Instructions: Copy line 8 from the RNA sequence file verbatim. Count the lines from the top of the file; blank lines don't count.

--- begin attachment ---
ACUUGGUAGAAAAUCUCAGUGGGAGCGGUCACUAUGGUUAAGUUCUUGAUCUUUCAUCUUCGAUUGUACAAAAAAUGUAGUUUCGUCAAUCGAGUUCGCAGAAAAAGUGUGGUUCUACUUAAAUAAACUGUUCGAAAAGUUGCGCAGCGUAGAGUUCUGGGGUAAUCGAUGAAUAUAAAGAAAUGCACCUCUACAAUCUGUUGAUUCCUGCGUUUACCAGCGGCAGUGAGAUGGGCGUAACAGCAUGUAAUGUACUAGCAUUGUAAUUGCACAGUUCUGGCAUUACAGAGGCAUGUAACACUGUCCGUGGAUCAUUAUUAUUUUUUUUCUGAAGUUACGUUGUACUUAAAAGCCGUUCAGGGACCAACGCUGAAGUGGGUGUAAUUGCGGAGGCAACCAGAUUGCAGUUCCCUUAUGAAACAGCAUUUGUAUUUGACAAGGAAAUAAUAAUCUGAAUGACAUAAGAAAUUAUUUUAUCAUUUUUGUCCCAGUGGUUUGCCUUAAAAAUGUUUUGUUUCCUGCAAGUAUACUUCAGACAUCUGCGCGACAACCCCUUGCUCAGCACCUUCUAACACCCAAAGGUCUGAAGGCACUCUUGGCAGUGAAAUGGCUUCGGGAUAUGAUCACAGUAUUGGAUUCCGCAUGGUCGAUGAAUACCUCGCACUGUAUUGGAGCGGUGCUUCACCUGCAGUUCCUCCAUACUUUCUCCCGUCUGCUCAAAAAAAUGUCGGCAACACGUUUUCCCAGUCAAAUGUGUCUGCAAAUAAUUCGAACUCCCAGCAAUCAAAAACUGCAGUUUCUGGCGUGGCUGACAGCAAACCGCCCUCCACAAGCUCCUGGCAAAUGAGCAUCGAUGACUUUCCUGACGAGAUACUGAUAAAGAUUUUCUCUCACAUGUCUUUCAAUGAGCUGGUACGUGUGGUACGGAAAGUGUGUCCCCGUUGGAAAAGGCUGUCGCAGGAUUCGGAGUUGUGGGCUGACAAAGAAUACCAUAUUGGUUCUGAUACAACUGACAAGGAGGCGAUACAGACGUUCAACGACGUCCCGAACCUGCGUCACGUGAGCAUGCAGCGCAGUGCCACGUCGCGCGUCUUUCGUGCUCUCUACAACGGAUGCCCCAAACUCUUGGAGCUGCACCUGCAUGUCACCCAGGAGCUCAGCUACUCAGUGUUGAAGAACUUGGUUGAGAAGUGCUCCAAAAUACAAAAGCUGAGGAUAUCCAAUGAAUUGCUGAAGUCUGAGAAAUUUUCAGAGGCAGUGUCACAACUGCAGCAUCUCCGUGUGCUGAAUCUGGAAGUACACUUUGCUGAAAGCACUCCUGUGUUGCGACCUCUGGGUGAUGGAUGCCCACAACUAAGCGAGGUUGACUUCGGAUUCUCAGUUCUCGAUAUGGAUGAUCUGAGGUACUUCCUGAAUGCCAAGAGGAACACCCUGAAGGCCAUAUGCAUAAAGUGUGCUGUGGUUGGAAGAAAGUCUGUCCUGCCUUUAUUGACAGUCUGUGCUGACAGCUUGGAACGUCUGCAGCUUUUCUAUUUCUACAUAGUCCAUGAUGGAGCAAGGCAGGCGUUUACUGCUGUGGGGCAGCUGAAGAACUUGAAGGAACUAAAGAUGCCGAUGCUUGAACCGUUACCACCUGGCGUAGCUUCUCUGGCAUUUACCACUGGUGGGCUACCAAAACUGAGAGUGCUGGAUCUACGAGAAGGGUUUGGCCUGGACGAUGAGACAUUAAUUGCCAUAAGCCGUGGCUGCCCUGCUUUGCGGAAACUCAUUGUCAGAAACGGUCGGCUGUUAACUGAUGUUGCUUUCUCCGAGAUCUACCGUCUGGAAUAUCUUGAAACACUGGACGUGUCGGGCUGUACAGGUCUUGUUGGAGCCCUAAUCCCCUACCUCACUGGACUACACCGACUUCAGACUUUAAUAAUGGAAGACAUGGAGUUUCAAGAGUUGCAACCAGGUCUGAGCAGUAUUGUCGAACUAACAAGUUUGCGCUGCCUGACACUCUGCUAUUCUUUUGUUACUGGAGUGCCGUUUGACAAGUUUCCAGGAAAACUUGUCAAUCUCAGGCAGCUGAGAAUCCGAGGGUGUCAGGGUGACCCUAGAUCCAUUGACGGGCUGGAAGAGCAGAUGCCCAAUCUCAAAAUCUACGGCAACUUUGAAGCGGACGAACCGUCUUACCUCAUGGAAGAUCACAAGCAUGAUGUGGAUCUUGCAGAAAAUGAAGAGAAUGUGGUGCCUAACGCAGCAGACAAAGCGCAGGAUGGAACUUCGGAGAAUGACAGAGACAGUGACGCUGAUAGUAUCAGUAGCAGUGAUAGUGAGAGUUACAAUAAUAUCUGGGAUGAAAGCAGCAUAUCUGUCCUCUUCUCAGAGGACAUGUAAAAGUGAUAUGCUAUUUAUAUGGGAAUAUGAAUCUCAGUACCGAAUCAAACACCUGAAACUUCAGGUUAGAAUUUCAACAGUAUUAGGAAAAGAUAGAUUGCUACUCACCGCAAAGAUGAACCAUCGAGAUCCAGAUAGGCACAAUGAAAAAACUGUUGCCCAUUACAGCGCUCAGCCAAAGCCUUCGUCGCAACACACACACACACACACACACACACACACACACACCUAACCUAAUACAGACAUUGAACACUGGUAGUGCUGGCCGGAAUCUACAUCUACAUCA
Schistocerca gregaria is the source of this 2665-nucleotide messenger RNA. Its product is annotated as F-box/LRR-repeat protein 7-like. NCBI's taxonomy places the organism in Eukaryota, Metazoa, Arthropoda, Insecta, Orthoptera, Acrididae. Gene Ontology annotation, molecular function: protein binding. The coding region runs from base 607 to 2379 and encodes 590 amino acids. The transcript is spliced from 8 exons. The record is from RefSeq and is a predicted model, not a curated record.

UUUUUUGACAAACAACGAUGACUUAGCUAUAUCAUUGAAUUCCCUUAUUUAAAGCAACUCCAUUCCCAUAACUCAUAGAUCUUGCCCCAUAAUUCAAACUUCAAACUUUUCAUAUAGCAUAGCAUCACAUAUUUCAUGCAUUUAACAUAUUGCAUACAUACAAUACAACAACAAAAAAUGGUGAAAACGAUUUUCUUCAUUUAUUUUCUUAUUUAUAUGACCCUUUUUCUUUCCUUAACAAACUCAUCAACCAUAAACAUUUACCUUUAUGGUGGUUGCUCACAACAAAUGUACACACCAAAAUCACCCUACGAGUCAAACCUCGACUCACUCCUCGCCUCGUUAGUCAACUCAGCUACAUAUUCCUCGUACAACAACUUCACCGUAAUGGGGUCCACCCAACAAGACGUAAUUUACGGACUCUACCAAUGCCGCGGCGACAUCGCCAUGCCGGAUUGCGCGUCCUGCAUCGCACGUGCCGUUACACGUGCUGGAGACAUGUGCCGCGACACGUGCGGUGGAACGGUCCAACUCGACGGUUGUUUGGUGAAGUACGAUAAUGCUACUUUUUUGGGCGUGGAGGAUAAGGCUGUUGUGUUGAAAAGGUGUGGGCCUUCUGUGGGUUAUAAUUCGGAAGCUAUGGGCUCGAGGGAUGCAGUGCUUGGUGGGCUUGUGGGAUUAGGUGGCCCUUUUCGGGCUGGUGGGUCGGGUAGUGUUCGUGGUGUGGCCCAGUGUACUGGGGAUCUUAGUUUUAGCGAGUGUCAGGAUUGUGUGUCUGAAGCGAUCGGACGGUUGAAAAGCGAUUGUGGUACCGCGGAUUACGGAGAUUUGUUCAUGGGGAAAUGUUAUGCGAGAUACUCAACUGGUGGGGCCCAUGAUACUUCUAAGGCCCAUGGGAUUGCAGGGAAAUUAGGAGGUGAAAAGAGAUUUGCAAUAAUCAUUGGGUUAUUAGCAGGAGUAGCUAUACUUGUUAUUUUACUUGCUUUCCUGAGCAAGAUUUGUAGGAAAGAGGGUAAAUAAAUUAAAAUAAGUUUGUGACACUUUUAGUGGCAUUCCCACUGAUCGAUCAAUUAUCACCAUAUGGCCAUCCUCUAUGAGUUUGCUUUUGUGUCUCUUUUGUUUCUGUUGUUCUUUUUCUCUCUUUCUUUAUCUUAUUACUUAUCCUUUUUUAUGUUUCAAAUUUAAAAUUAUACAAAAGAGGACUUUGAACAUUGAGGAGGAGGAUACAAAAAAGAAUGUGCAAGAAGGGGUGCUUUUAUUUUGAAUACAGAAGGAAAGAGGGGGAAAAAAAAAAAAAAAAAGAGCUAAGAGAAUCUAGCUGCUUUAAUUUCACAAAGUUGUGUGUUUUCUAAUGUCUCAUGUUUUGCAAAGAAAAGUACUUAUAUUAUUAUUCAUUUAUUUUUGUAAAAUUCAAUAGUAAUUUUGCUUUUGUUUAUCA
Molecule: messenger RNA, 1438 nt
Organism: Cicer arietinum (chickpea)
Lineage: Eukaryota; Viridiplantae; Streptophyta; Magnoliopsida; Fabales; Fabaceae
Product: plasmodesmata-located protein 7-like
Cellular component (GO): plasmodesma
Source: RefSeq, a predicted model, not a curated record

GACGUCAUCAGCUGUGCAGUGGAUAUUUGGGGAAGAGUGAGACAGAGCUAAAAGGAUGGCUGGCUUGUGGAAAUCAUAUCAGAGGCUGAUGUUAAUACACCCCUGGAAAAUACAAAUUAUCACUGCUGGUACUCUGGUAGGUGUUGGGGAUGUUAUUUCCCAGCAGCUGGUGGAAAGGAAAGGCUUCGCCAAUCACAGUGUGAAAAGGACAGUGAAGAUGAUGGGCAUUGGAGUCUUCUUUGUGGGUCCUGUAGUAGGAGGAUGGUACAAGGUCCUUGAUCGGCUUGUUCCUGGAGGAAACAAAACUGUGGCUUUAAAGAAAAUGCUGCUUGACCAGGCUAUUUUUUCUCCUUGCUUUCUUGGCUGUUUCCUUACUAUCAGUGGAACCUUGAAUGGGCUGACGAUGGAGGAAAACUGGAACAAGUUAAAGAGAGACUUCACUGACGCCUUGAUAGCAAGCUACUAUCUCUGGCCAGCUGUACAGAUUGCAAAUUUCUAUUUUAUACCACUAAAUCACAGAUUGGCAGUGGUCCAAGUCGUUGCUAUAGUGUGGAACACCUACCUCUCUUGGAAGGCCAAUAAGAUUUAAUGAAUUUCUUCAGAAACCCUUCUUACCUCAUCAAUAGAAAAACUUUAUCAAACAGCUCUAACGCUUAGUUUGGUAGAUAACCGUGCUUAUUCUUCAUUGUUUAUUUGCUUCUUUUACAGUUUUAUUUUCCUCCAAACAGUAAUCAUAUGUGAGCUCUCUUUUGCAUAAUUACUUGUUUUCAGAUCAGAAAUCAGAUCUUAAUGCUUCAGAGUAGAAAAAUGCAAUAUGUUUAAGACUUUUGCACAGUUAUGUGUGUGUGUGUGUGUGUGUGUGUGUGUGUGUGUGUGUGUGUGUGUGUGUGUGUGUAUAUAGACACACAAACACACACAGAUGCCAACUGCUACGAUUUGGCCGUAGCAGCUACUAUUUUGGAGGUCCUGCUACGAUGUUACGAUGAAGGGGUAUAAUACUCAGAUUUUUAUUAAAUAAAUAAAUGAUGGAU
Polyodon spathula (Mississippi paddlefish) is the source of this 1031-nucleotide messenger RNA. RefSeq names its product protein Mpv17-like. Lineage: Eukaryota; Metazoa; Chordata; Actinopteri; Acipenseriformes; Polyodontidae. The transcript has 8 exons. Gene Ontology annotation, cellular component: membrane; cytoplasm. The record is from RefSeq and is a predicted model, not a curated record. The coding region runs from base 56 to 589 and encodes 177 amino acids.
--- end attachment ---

Cellular component (GO): plasmodesma